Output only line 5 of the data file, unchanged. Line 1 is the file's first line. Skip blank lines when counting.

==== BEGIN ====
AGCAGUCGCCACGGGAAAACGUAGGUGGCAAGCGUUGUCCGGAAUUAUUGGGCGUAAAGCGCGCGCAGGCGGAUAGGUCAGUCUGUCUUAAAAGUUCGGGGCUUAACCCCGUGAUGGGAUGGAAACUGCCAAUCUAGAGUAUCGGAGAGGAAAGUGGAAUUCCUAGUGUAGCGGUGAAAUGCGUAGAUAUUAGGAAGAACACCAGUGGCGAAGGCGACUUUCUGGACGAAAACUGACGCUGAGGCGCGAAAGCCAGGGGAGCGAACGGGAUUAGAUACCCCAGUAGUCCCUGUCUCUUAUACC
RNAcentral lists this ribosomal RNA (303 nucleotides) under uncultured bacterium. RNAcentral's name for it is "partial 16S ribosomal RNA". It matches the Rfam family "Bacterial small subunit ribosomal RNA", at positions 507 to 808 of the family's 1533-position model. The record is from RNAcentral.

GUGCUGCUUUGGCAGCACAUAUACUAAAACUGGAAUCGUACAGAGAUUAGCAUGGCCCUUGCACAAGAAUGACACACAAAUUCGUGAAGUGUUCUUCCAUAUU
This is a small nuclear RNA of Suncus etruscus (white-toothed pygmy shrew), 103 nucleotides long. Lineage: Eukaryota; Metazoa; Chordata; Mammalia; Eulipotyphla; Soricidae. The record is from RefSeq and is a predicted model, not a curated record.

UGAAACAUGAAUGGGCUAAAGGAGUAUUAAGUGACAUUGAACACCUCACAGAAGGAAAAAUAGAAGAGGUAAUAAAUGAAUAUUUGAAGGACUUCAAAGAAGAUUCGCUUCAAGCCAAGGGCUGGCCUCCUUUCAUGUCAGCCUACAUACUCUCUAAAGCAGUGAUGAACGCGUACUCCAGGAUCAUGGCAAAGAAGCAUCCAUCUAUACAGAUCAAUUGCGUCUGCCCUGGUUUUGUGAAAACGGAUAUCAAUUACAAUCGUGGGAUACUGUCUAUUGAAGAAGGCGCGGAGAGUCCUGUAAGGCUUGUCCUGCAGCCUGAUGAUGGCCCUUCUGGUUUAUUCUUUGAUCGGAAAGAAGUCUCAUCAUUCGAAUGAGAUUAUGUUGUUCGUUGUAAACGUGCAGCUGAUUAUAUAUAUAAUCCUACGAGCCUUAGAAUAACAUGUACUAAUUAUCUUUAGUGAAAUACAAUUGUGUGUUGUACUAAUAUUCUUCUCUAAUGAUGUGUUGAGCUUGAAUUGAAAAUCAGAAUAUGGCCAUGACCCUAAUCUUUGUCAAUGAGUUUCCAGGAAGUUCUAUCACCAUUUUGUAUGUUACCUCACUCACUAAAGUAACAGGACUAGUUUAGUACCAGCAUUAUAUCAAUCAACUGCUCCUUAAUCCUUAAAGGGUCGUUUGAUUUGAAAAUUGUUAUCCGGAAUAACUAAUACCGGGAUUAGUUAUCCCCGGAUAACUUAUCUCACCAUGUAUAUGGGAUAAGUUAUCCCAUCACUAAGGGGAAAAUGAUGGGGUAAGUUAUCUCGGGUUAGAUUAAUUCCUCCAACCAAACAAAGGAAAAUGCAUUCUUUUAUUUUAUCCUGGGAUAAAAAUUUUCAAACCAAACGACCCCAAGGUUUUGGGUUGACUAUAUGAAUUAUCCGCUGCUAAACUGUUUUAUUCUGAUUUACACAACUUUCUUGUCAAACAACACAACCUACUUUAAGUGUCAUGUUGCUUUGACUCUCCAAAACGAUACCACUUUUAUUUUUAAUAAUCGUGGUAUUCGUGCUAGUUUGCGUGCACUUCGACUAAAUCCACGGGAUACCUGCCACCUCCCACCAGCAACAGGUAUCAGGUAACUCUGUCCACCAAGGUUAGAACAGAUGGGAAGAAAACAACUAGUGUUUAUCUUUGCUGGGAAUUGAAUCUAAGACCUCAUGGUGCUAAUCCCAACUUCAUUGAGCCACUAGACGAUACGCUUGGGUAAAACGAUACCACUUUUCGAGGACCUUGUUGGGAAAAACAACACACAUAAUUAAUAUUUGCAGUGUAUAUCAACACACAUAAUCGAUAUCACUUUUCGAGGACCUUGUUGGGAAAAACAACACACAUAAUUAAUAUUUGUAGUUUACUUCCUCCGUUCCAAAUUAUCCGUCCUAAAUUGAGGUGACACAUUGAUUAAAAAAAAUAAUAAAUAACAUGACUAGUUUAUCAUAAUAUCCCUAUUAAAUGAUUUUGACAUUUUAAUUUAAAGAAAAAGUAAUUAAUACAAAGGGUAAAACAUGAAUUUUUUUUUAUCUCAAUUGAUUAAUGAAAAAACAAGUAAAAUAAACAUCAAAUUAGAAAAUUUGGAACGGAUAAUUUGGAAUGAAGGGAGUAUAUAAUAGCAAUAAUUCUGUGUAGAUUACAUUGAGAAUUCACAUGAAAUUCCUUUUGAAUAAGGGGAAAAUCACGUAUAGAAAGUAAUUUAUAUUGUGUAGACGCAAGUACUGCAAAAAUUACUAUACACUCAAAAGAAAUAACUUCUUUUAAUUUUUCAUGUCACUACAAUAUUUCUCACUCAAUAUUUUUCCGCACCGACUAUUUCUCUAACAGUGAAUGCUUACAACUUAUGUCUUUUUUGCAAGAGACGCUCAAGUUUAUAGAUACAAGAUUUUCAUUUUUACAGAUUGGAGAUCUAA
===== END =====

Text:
UGAAACAUGAAUGGGCUAAAGGAGUAUUAAGUGACAUUGAACACCUCACAGAAGGAAAAAUAGAAGAGGUAAUAAAUGAAUAUUUGAAGGACUUCAAAGAAGAUUCGCUUCAAGCCAAGGGCUGGCCUCCUUUCAUGUCAGCCUACAUACUCUCUAAAGCAGUGAUGAACGCGUACUCCAGGAUCAUGGCAAAGAAGCAUCCAUCUAUACAGAUCAAUUGCGUCUGCCCUGGUUUUGUGAAAACGGAUAUCAAUUACAAUCGUGGGAUACUGUCUAUUGAAGAAGGCGCGGAGAGUCCUGUAAGGCUUGUCCUGCAGCCUGAUGAUGGCCCUUCUGGUUUAUUCUUUGAUCGGAAAGAAGUCUCAUCAUUCGAAUGAGAUUAUGUUGUUCGUUGUAAACGUGCAGCUGAUUAUAUAUAUAAUCCUACGAGCCUUAGAAUAACAUGUACUAAUUAUCUUUAGUGAAAUACAAUUGUGUGUUGUACUAAUAUUCUUCUCUAAUGAUGUGUUGAGCUUGAAUUGAAAAUCAGAAUAUGGCCAUGACCCUAAUCUUUGUCAAUGAGUUUCCAGGAAGUUCUAUCACCAUUUUGUAUGUUACCUCACUCACUAAAGUAACAGGACUAGUUUAGUACCAGCAUUAUAUCAAUCAACUGCUCCUUAAUCCUUAAAGGGUCGUUUGAUUUGAAAAUUGUUAUCCGGAAUAACUAAUACCGGGAUUAGUUAUCCCCGGAUAACUUAUCUCACCAUGUAUAUGGGAUAAGUUAUCCCAUCACUAAGGGGAAAAUGAUGGGGUAAGUUAUCUCGGGUUAGAUUAAUUCCUCCAACCAAACAAAGGAAAAUGCAUUCUUUUAUUUUAUCCUGGGAUAAAAAUUUUCAAACCAAACGACCCCAAGGUUUUGGGUUGACUAUAUGAAUUAUCCGCUGCUAAACUGUUUUAUUCUGAUUUACACAACUUUCUUGUCAAACAACACAACCUACUUUAAGUGUCAUGUUGCUUUGACUCUCCAAAACGAUACCACUUUUAUUUUUAAUAAUCGUGGUAUUCGUGCUAGUUUGCGUGCACUUCGACUAAAUCCACGGGAUACCUGCCACCUCCCACCAGCAACAGGUAUCAGGUAACUCUGUCCACCAAGGUUAGAACAGAUGGGAAGAAAACAACUAGUGUUUAUCUUUGCUGGGAAUUGAAUCUAAGACCUCAUGGUGCUAAUCCCAACUUCAUUGAGCCACUAGACGAUACGCUUGGGUAAAACGAUACCACUUUUCGAGGACCUUGUUGGGAAAAACAACACACAUAAUUAAUAUUUGCAGUGUAUAUCAACACACAUAAUCGAUAUCACUUUUCGAGGACCUUGUUGGGAAAAACAACACACAUAAUUAAUAUUUGUAGUUUACUUCCUCCGUUCCAAAUUAUCCGUCCUAAAUUGAGGUGACACAUUGAUUAAAAAAAAUAAUAAAUAACAUGACUAGUUUAUCAUAAUAUCCCUAUUAAAUGAUUUUGACAUUUUAAUUUAAAGAAAAAGUAAUUAAUACAAAGGGUAAAACAUGAAUUUUUUUUUAUCUCAAUUGAUUAAUGAAAAAACAAGUAAAAUAAACAUCAAAUUAGAAAAUUUGGAACGGAUAAUUUGGAAUGAAGGGAGUAUAUAAUAGCAAUAAUUCUGUGUAGAUUACAUUGAGAAUUCACAUGAAAUUCCUUUUGAAUAAGGGGAAAAUCACGUAUAGAAAGUAAUUUAUAUUGUGUAGACGCAAGUACUGCAAAAAUUACUAUACACUCAAAAGAAAUAACUUCUUUUAAUUUUUCAUGUCACUACAAUAUUUCUCACUCAAUAUUUUUCCGCACCGACUAUUUCUCUAACAGUGAAUGCUUACAACUUAUGUCUUUUUUGCAAGAGACGCUCAAGUUUAUAGAUACAAGAUUUUCAUUUUUACAGAUUGGAGAUCUAA